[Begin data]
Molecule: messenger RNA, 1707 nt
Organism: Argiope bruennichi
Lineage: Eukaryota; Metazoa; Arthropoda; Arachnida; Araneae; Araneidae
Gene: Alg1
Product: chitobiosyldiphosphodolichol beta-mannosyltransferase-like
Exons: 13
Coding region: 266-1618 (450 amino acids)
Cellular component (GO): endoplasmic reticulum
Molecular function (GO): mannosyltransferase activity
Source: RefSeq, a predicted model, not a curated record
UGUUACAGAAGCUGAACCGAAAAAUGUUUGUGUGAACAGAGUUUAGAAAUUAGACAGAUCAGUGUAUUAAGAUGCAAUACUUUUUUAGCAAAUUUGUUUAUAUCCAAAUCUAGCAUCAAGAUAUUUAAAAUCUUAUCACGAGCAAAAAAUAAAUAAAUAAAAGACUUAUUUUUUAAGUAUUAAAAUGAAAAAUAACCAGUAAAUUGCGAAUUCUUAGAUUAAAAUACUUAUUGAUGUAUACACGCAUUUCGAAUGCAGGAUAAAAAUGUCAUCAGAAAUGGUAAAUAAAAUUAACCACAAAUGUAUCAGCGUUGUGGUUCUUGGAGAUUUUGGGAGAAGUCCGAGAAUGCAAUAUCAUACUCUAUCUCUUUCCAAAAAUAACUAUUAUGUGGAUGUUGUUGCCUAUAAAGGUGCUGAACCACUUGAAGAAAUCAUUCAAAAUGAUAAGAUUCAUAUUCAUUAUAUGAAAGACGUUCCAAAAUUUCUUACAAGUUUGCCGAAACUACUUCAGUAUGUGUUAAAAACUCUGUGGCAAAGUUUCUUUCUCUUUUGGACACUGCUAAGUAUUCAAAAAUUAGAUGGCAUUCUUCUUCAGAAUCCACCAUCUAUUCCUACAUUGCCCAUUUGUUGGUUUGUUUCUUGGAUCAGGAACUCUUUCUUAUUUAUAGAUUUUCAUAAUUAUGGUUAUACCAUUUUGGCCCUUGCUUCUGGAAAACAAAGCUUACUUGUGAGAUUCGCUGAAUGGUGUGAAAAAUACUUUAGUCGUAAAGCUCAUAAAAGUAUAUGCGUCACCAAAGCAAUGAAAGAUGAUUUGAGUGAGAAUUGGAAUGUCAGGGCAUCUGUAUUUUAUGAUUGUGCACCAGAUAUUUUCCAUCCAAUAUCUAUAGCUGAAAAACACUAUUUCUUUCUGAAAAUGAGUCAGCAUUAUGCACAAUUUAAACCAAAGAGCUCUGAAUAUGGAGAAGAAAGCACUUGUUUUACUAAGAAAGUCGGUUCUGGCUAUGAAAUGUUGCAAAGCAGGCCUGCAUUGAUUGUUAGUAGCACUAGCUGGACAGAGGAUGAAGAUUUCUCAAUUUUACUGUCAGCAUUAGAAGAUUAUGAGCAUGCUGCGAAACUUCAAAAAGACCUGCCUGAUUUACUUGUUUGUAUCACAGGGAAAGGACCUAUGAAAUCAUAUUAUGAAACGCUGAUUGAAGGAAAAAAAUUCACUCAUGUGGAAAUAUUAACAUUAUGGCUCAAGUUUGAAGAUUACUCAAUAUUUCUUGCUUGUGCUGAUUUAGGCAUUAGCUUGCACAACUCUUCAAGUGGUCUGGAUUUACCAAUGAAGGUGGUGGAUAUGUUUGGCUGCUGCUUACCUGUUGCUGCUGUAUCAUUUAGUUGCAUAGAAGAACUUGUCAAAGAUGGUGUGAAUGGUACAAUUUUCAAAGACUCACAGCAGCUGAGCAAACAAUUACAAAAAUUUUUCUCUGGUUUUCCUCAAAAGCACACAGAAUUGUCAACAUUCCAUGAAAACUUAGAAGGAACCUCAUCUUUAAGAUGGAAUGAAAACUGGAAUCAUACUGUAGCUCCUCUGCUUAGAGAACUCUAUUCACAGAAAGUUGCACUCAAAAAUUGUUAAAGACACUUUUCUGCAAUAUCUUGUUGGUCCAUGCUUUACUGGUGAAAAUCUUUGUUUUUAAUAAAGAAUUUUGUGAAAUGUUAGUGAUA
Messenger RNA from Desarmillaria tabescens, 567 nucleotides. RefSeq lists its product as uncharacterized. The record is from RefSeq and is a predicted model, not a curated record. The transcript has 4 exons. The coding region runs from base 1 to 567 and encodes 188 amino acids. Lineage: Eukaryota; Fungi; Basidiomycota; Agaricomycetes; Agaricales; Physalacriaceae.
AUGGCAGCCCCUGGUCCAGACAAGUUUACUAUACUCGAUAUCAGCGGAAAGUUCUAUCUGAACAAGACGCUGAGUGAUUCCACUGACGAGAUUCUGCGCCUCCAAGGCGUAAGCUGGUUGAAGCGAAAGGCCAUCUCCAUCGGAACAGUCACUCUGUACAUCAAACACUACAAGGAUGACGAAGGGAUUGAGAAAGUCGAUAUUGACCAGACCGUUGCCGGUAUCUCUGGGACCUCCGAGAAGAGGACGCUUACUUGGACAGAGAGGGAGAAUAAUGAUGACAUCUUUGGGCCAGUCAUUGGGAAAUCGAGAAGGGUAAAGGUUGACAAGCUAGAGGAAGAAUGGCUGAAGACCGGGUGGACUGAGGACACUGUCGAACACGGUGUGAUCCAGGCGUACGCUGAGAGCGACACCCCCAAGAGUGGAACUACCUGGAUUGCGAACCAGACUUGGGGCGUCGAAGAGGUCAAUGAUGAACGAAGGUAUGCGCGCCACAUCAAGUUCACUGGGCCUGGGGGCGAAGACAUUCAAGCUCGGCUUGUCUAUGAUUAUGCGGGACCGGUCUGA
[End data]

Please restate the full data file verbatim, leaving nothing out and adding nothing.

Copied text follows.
Molecule: messenger RNA, 1707 nt
Organism: Argiope bruennichi
Lineage: Eukaryota; Metazoa; Arthropoda; Arachnida; Araneae; Araneidae
Gene: Alg1
Product: chitobiosyldiphosphodolichol beta-mannosyltransferase-like
Exons: 13
Coding region: 266-1618 (450 amino acids)
Cellular component (GO): endoplasmic reticulum
Molecular function (GO): mannosyltransferase activity
Source: RefSeq, a predicted model, not a curated record
UGUUACAGAAGCUGAACCGAAAAAUGUUUGUGUGAACAGAGUUUAGAAAUUAGACAGAUCAGUGUAUUAAGAUGCAAUACUUUUUUAGCAAAUUUGUUUAUAUCCAAAUCUAGCAUCAAGAUAUUUAAAAUCUUAUCACGAGCAAAAAAUAAAUAAAUAAAAGACUUAUUUUUUAAGUAUUAAAAUGAAAAAUAACCAGUAAAUUGCGAAUUCUUAGAUUAAAAUACUUAUUGAUGUAUACACGCAUUUCGAAUGCAGGAUAAAAAUGUCAUCAGAAAUGGUAAAUAAAAUUAACCACAAAUGUAUCAGCGUUGUGGUUCUUGGAGAUUUUGGGAGAAGUCCGAGAAUGCAAUAUCAUACUCUAUCUCUUUCCAAAAAUAACUAUUAUGUGGAUGUUGUUGCCUAUAAAGGUGCUGAACCACUUGAAGAAAUCAUUCAAAAUGAUAAGAUUCAUAUUCAUUAUAUGAAAGACGUUCCAAAAUUUCUUACAAGUUUGCCGAAACUACUUCAGUAUGUGUUAAAAACUCUGUGGCAAAGUUUCUUUCUCUUUUGGACACUGCUAAGUAUUCAAAAAUUAGAUGGCAUUCUUCUUCAGAAUCCACCAUCUAUUCCUACAUUGCCCAUUUGUUGGUUUGUUUCUUGGAUCAGGAACUCUUUCUUAUUUAUAGAUUUUCAUAAUUAUGGUUAUACCAUUUUGGCCCUUGCUUCUGGAAAACAAAGCUUACUUGUGAGAUUCGCUGAAUGGUGUGAAAAAUACUUUAGUCGUAAAGCUCAUAAAAGUAUAUGCGUCACCAAAGCAAUGAAAGAUGAUUUGAGUGAGAAUUGGAAUGUCAGGGCAUCUGUAUUUUAUGAUUGUGCACCAGAUAUUUUCCAUCCAAUAUCUAUAGCUGAAAAACACUAUUUCUUUCUGAAAAUGAGUCAGCAUUAUGCACAAUUUAAACCAAAGAGCUCUGAAUAUGGAGAAGAAAGCACUUGUUUUACUAAGAAAGUCGGUUCUGGCUAUGAAAUGUUGCAAAGCAGGCCUGCAUUGAUUGUUAGUAGCACUAGCUGGACAGAGGAUGAAGAUUUCUCAAUUUUACUGUCAGCAUUAGAAGAUUAUGAGCAUGCUGCGAAACUUCAAAAAGACCUGCCUGAUUUACUUGUUUGUAUCACAGGGAAAGGACCUAUGAAAUCAUAUUAUGAAACGCUGAUUGAAGGAAAAAAAUUCACUCAUGUGGAAAUAUUAACAUUAUGGCUCAAGUUUGAAGAUUACUCAAUAUUUCUUGCUUGUGCUGAUUUAGGCAUUAGCUUGCACAACUCUUCAAGUGGUCUGGAUUUACCAAUGAAGGUGGUGGAUAUGUUUGGCUGCUGCUUACCUGUUGCUGCUGUAUCAUUUAGUUGCAUAGAAGAACUUGUCAAAGAUGGUGUGAAUGGUACAAUUUUCAAAGACUCACAGCAGCUGAGCAAACAAUUACAAAAAUUUUUCUCUGGUUUUCCUCAAAAGCACACAGAAUUGUCAACAUUCCAUGAAAACUUAGAAGGAACCUCAUCUUUAAGAUGGAAUGAAAACUGGAAUCAUACUGUAGCUCCUCUGCUUAGAGAACUCUAUUCACAGAAAGUUGCACUCAAAAAUUGUUAAAGACACUUUUCUGCAAUAUCUUGUUGGUCCAUGCUUUACUGGUGAAAAUCUUUGUUUUUAAUAAAGAAUUUUGUGAAAUGUUAGUGAUA
Messenger RNA from Desarmillaria tabescens, 567 nucleotides. RefSeq lists its product as uncharacterized. The record is from RefSeq and is a predicted model, not a curated record. The transcript has 4 exons. The coding region runs from base 1 to 567 and encodes 188 amino acids. Lineage: Eukaryota; Fungi; Basidiomycota; Agaricomycetes; Agaricales; Physalacriaceae.
AUGGCAGCCCCUGGUCCAGACAAGUUUACUAUACUCGAUAUCAGCGGAAAGUUCUAUCUGAACAAGACGCUGAGUGAUUCCACUGACGAGAUUCUGCGCCUCCAAGGCGUAAGCUGGUUGAAGCGAAAGGCCAUCUCCAUCGGAACAGUCACUCUGUACAUCAAACACUACAAGGAUGACGAAGGGAUUGAGAAAGUCGAUAUUGACCAGACCGUUGCCGGUAUCUCUGGGACCUCCGAGAAGAGGACGCUUACUUGGACAGAGAGGGAGAAUAAUGAUGACAUCUUUGGGCCAGUCAUUGGGAAAUCGAGAAGGGUAAAGGUUGACAAGCUAGAGGAAGAAUGGCUGAAGACCGGGUGGACUGAGGACACUGUCGAACACGGUGUGAUCCAGGCGUACGCUGAGAGCGACACCCCCAAGAGUGGAACUACCUGGAUUGCGAACCAGACUUGGGGCGUCGAAGAGGUCAAUGAUGAACGAAGGUAUGCGCGCCACAUCAAGUUCACUGGGCCUGGGGGCGAAGACAUUCAAGCUCGGCUUGUCUAUGAUUAUGCGGGACCGGUCUGA